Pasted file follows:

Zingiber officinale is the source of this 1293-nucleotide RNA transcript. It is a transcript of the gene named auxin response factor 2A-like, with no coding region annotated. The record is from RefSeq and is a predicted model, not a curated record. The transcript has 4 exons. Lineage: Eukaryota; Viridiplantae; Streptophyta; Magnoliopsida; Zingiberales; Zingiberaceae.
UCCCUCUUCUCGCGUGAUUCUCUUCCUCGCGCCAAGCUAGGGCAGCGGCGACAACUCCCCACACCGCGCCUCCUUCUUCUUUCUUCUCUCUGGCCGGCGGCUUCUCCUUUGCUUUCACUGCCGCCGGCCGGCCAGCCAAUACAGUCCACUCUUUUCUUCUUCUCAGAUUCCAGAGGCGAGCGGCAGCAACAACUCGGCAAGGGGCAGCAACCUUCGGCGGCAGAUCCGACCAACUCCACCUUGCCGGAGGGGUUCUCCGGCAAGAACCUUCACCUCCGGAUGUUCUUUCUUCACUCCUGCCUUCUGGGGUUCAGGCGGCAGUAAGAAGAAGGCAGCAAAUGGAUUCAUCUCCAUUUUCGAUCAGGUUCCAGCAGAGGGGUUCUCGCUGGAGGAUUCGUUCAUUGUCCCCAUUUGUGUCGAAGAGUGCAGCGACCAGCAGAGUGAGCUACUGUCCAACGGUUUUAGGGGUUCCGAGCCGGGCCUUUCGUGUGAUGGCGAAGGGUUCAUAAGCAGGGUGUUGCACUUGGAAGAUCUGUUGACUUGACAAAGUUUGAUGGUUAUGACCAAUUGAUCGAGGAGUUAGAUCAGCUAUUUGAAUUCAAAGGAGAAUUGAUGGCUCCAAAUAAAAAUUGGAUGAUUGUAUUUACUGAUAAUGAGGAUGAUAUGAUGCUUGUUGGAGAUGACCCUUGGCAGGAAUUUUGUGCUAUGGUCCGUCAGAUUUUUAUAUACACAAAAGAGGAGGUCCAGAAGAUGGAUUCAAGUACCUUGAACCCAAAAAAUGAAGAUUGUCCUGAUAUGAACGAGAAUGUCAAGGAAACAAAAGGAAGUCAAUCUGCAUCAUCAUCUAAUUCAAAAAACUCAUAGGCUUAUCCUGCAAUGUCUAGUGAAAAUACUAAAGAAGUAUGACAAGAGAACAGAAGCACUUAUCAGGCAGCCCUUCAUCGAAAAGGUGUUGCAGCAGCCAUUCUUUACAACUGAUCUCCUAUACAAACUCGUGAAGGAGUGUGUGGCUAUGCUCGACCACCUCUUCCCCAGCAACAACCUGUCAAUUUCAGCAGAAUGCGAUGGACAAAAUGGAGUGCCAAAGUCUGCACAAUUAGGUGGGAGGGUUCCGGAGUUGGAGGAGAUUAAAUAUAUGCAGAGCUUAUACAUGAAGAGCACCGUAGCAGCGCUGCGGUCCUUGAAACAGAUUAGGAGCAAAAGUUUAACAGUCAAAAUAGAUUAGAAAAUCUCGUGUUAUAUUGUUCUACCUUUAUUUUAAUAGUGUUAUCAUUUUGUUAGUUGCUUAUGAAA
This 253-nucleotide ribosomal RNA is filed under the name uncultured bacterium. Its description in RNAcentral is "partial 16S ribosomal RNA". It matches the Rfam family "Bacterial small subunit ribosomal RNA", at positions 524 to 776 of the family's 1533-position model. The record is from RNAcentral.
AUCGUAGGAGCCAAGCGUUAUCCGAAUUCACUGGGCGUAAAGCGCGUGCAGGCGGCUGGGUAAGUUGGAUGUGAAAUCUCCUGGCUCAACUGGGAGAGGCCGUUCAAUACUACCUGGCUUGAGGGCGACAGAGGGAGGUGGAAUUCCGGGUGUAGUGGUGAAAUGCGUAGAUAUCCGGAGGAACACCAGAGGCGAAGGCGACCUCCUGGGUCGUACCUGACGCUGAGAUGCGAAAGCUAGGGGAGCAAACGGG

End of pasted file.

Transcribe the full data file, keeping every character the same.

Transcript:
Zingiber officinale is the source of this 1293-nucleotide RNA transcript. It is a transcript of the gene named auxin response factor 2A-like, with no coding region annotated. The record is from RefSeq and is a predicted model, not a curated record. The transcript has 4 exons. Lineage: Eukaryota; Viridiplantae; Streptophyta; Magnoliopsida; Zingiberales; Zingiberaceae.
UCCCUCUUCUCGCGUGAUUCUCUUCCUCGCGCCAAGCUAGGGCAGCGGCGACAACUCCCCACACCGCGCCUCCUUCUUCUUUCUUCUCUCUGGCCGGCGGCUUCUCCUUUGCUUUCACUGCCGCCGGCCGGCCAGCCAAUACAGUCCACUCUUUUCUUCUUCUCAGAUUCCAGAGGCGAGCGGCAGCAACAACUCGGCAAGGGGCAGCAACCUUCGGCGGCAGAUCCGACCAACUCCACCUUGCCGGAGGGGUUCUCCGGCAAGAACCUUCACCUCCGGAUGUUCUUUCUUCACUCCUGCCUUCUGGGGUUCAGGCGGCAGUAAGAAGAAGGCAGCAAAUGGAUUCAUCUCCAUUUUCGAUCAGGUUCCAGCAGAGGGGUUCUCGCUGGAGGAUUCGUUCAUUGUCCCCAUUUGUGUCGAAGAGUGCAGCGACCAGCAGAGUGAGCUACUGUCCAACGGUUUUAGGGGUUCCGAGCCGGGCCUUUCGUGUGAUGGCGAAGGGUUCAUAAGCAGGGUGUUGCACUUGGAAGAUCUGUUGACUUGACAAAGUUUGAUGGUUAUGACCAAUUGAUCGAGGAGUUAGAUCAGCUAUUUGAAUUCAAAGGAGAAUUGAUGGCUCCAAAUAAAAAUUGGAUGAUUGUAUUUACUGAUAAUGAGGAUGAUAUGAUGCUUGUUGGAGAUGACCCUUGGCAGGAAUUUUGUGCUAUGGUCCGUCAGAUUUUUAUAUACACAAAAGAGGAGGUCCAGAAGAUGGAUUCAAGUACCUUGAACCCAAAAAAUGAAGAUUGUCCUGAUAUGAACGAGAAUGUCAAGGAAACAAAAGGAAGUCAAUCUGCAUCAUCAUCUAAUUCAAAAAACUCAUAGGCUUAUCCUGCAAUGUCUAGUGAAAAUACUAAAGAAGUAUGACAAGAGAACAGAAGCACUUAUCAGGCAGCCCUUCAUCGAAAAGGUGUUGCAGCAGCCAUUCUUUACAACUGAUCUCCUAUACAAACUCGUGAAGGAGUGUGUGGCUAUGCUCGACCACCUCUUCCCCAGCAACAACCUGUCAAUUUCAGCAGAAUGCGAUGGACAAAAUGGAGUGCCAAAGUCUGCACAAUUAGGUGGGAGGGUUCCGGAGUUGGAGGAGAUUAAAUAUAUGCAGAGCUUAUACAUGAAGAGCACCGUAGCAGCGCUGCGGUCCUUGAAACAGAUUAGGAGCAAAAGUUUAACAGUCAAAAUAGAUUAGAAAAUCUCGUGUUAUAUUGUUCUACCUUUAUUUUAAUAGUGUUAUCAUUUUGUUAGUUGCUUAUGAAA
This 253-nucleotide ribosomal RNA is filed under the name uncultured bacterium. Its description in RNAcentral is "partial 16S ribosomal RNA". It matches the Rfam family "Bacterial small subunit ribosomal RNA", at positions 524 to 776 of the family's 1533-position model. The record is from RNAcentral.
AUCGUAGGAGCCAAGCGUUAUCCGAAUUCACUGGGCGUAAAGCGCGUGCAGGCGGCUGGGUAAGUUGGAUGUGAAAUCUCCUGGCUCAACUGGGAGAGGCCGUUCAAUACUACCUGGCUUGAGGGCGACAGAGGGAGGUGGAAUUCCGGGUGUAGUGGUGAAAUGCGUAGAUAUCCGGAGGAACACCAGAGGCGAAGGCGACCUCCUGGGUCGUACCUGACGCUGAGAUGCGAAAGCUAGGGGAGCAAACGGG